Madelyn controlled her breathing and made herself look steadily at Jack Ransome. Every report of him praised his intelligence, none spoke of irrational temper or violence, of ill-treatment of servants—not that he had many—or of either drunkenness or debauchery. He was in good health, a sportsman, which no doubt accounted for the breadth of his shoulders and the muscles revealed by tight breeches. He had turned his back on society, and in return society mocked him as Lackland or disapproved vehemently of his rejection of his title. But many of its members turned to him when they needed his help. He had friends, some unconventional by all reports, some very shady indeed.
He was dangerous, reports said, but they were hazy about who he was a danger to, other than the aforementioned blackmailers, presumably. The judgement was that he was ruthless, but honest. Stubborn, difficult and self-contained.
No one had reported on Jack Ransome’s looks, on that straight nose, on that firm, rather pointed, jaw that gave him a slightly feline look. Certainly there had been no mention of a mouth that held the only hint of sensuous indulgence in that entire severe countenance. Other than those faint laughter lines…
So far, so…acceptable.
‘You show no curiosity about why I have engaged your services, Lord… Mr Ransome.’
‘No doubt you will inform me in your own good time. Whether you decide to employ me or not, I will present your man of business with my fee for today and for the time I will spend travelling to and from Newmarket and for my expenses incurred en route. If you wish to expend that money on chit-chat, that is your prerogative, Miss Aylmer.’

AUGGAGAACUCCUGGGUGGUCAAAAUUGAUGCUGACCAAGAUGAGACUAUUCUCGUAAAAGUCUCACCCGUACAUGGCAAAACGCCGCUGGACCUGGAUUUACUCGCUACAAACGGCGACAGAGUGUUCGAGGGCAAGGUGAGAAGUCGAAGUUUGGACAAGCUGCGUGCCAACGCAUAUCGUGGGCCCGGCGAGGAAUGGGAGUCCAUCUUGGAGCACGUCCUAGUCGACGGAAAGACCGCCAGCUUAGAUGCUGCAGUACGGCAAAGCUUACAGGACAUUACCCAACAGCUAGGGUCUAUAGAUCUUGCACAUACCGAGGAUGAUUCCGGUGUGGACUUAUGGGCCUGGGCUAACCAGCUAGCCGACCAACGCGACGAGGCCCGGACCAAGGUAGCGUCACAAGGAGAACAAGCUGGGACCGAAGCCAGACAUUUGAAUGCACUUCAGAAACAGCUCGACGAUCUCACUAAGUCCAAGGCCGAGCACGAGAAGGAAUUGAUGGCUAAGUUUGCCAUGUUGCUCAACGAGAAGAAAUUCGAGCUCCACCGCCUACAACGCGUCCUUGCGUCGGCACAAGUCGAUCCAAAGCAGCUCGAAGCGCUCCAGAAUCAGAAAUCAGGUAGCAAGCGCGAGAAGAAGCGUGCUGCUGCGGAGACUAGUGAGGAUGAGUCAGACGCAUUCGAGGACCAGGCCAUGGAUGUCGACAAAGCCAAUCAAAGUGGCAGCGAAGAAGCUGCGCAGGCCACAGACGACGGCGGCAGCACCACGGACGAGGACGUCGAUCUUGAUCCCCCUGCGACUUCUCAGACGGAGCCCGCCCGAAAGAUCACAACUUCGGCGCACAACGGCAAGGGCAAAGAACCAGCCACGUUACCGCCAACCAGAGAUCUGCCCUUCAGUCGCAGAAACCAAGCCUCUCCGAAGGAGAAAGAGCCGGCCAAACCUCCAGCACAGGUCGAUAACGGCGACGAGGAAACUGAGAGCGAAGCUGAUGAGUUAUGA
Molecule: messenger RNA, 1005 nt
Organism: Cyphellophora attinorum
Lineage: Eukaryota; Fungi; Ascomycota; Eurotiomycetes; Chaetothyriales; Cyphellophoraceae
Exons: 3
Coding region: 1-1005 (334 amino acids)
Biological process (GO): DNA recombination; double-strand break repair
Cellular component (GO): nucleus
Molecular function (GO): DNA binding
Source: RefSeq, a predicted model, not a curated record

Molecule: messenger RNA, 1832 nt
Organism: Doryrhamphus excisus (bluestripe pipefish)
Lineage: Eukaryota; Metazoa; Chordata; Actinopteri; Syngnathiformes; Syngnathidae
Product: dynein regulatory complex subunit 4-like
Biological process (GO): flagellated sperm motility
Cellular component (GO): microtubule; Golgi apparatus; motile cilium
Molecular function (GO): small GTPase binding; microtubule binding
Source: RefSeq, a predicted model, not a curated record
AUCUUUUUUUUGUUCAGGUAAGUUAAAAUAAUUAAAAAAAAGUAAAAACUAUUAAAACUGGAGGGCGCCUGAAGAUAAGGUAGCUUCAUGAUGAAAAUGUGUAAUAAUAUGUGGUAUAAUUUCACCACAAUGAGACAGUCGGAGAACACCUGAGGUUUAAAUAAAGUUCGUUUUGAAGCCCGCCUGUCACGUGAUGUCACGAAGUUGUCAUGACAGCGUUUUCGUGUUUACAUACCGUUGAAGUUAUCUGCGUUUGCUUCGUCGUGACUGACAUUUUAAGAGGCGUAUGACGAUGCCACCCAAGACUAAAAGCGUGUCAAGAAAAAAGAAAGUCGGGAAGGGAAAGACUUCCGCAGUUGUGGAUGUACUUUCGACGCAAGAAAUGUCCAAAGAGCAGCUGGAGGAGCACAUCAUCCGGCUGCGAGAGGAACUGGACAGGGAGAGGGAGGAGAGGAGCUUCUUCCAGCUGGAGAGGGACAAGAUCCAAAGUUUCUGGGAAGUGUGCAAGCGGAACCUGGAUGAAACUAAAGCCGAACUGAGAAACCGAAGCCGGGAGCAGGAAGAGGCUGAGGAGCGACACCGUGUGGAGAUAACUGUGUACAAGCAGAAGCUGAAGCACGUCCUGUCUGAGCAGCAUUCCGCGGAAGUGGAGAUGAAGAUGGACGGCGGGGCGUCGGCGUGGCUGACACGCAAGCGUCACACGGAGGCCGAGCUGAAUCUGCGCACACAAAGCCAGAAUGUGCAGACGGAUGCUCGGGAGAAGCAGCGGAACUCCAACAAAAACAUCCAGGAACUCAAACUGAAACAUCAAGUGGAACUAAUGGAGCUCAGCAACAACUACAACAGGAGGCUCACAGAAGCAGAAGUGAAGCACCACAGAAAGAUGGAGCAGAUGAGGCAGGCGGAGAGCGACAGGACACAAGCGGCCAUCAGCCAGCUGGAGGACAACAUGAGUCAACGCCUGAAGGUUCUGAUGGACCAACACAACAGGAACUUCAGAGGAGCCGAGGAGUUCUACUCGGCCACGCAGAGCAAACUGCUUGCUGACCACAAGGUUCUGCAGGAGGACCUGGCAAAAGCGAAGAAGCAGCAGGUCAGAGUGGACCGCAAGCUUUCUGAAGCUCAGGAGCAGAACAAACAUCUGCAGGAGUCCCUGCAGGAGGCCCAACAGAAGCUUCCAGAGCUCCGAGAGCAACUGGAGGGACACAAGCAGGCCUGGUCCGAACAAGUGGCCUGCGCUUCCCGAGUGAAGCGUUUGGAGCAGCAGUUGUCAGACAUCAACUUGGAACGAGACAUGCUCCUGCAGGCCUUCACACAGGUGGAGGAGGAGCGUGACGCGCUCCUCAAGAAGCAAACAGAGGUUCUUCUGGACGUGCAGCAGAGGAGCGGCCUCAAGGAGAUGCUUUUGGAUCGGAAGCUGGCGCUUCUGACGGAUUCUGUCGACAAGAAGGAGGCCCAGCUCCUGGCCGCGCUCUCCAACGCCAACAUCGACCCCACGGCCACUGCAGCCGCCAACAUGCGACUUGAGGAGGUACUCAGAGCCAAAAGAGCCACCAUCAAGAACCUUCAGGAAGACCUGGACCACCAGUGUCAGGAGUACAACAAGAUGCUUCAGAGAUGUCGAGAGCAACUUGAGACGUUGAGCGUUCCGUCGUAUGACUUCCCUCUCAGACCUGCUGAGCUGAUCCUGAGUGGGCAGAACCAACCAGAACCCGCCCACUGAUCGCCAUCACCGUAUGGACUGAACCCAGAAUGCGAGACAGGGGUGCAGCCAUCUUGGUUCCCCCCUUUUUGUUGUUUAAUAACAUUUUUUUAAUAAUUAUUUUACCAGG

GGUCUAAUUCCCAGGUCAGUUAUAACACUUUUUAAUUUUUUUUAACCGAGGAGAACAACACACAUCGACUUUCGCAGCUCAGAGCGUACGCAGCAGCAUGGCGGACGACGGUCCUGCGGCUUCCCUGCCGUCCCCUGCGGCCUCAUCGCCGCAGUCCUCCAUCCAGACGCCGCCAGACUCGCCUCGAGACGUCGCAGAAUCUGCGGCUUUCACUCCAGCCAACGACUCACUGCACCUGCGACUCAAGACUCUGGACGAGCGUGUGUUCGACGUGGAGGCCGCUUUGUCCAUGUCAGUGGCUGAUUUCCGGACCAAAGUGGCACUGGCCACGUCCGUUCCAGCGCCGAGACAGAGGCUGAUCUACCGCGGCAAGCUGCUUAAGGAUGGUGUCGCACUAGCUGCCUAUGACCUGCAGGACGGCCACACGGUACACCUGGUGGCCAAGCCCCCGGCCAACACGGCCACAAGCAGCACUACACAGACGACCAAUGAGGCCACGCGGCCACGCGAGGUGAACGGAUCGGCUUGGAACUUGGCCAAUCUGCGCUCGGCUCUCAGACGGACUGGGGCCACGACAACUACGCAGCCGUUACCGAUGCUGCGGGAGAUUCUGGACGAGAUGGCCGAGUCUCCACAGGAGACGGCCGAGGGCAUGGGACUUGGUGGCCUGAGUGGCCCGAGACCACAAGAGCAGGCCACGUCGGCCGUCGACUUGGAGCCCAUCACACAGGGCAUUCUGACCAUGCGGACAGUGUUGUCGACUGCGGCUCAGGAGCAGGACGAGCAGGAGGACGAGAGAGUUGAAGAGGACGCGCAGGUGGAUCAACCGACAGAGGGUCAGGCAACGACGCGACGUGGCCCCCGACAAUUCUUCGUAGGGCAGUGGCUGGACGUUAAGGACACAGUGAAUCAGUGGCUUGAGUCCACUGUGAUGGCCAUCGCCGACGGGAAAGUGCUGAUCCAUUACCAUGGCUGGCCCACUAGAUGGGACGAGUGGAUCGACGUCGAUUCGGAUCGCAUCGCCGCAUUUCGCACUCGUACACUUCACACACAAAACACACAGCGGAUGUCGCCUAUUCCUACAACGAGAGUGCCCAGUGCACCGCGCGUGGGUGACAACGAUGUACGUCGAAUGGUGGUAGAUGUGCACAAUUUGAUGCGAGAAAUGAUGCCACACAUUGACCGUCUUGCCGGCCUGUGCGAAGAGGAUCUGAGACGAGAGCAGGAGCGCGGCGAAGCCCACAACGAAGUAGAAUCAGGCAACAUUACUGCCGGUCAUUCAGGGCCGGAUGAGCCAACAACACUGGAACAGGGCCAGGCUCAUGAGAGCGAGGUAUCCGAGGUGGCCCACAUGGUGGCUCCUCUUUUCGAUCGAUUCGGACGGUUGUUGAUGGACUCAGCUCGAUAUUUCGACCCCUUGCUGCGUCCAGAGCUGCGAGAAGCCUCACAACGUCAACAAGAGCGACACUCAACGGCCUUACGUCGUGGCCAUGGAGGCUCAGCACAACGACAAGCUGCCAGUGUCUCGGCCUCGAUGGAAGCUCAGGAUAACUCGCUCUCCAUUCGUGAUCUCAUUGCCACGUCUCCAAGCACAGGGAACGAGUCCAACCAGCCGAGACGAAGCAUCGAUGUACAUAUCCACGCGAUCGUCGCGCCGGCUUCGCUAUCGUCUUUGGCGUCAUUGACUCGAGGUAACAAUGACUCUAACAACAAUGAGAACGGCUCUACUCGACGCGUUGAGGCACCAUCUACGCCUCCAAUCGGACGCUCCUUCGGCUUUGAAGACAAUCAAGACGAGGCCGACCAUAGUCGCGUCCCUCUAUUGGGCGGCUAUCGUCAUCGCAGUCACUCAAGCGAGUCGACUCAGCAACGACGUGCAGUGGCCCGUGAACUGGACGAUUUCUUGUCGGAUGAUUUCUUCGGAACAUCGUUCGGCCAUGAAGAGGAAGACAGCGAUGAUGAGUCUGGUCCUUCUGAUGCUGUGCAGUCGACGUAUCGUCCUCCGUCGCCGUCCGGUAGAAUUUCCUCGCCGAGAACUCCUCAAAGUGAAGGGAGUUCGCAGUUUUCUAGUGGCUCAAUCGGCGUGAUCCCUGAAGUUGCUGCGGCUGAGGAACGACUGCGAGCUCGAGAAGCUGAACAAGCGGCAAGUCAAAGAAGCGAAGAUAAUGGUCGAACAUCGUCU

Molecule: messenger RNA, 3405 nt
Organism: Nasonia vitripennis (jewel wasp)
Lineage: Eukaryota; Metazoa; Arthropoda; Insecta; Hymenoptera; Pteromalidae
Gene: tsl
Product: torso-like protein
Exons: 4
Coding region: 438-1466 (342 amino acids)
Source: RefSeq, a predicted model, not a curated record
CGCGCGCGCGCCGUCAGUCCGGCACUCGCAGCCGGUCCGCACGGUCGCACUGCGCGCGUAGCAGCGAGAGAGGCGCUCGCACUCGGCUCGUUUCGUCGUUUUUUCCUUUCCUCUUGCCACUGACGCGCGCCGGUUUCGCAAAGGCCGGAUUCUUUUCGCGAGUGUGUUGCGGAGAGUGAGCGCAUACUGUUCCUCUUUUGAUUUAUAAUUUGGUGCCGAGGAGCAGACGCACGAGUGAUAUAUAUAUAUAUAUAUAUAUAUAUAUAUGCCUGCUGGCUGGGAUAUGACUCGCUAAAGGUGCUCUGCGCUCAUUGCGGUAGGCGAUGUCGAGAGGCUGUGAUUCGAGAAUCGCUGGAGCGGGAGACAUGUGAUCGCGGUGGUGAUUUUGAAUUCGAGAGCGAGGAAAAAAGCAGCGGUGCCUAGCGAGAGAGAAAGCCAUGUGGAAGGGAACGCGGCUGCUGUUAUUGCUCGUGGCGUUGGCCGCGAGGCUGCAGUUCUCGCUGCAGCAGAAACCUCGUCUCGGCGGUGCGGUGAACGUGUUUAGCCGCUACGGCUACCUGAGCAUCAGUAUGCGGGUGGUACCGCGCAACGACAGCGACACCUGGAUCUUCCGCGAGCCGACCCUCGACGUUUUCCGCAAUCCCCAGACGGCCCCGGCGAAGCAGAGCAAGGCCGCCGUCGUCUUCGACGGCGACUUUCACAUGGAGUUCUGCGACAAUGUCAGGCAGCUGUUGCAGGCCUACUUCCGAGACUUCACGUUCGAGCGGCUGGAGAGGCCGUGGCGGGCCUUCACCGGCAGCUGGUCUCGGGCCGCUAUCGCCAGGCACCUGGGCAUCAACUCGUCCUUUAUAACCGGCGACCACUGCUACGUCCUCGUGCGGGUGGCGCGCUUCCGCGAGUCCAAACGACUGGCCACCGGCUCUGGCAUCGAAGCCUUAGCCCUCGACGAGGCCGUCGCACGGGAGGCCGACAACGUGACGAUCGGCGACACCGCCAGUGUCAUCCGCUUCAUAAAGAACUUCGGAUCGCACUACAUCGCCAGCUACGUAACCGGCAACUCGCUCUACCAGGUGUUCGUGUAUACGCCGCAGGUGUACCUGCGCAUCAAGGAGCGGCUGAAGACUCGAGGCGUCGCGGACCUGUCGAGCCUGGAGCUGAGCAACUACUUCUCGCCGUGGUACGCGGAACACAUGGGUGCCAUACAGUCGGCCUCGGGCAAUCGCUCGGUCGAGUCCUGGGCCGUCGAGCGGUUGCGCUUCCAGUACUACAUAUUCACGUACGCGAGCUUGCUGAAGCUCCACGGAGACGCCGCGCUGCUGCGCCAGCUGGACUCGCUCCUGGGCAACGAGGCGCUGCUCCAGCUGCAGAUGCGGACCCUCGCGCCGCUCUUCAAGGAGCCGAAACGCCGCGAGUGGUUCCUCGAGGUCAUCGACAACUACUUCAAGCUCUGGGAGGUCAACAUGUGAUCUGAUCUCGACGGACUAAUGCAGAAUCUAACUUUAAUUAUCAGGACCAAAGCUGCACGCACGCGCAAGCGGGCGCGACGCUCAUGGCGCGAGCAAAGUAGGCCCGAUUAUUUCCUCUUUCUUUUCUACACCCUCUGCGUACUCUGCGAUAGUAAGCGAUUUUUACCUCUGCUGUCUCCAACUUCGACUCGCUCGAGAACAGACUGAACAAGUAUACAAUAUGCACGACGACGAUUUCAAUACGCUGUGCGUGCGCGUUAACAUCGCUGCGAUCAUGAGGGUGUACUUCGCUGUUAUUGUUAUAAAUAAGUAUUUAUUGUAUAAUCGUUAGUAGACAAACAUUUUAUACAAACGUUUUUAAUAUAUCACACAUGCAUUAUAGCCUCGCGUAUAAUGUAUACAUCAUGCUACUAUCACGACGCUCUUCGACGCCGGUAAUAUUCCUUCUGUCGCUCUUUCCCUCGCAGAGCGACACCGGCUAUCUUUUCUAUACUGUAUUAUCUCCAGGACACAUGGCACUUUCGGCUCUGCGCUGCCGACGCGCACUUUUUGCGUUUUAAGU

Very cool. Very professional, I suppose.
Madelyn had no experience of dealing with professional men beyond Mr Lansing, her father’s steward and man of business, and he could hardly bring himself to communicate with her, he was so shocked to find himself answering to a woman. She had expected this man to show disapproval of her having no chaperon, but perhaps that was simply her lack of experience of the world beyond the castle walls, the place that held all her fears, her lost hopes.
She stood, glad of the table edge to steady herself, and he rose, too, a good head taller than she, despite her height. ‘Please. Sit.’ The lid of the coffer creaked open until it was stopped by a retaining chain, standing as a screen between Mr Ransome and its contents. Madelyn lifted out the rolls and bundles of paper and parchment that it contained and placed them on the table in a pile at her left hand, except for one which she partly opened out. She kept her right hand on that as she sat again.
‘What I require, Mr Ransome, is a husband.’ She had rehearsed this and now her voice hardly shook at all. In some strange way this situation went beyond shocking and frightening into a nightmare and nightmares were not real. Father had left careful and exact instructions and she had always obeyed him, as she did now. Even so, she kept her gaze on the parchment that crackled under her palm.
‘Then I fear you have approached the wrong man. I do not act as a marriage broker.’ When she looked up Mr Ransome shifted on the carved wooden chair as though to stand again.
‘You do not understand, of course. I have not made myself plain. I do not require you to find me a husband. I wish you to marry me. Yourself,’ she added, just in case that was not clear enough.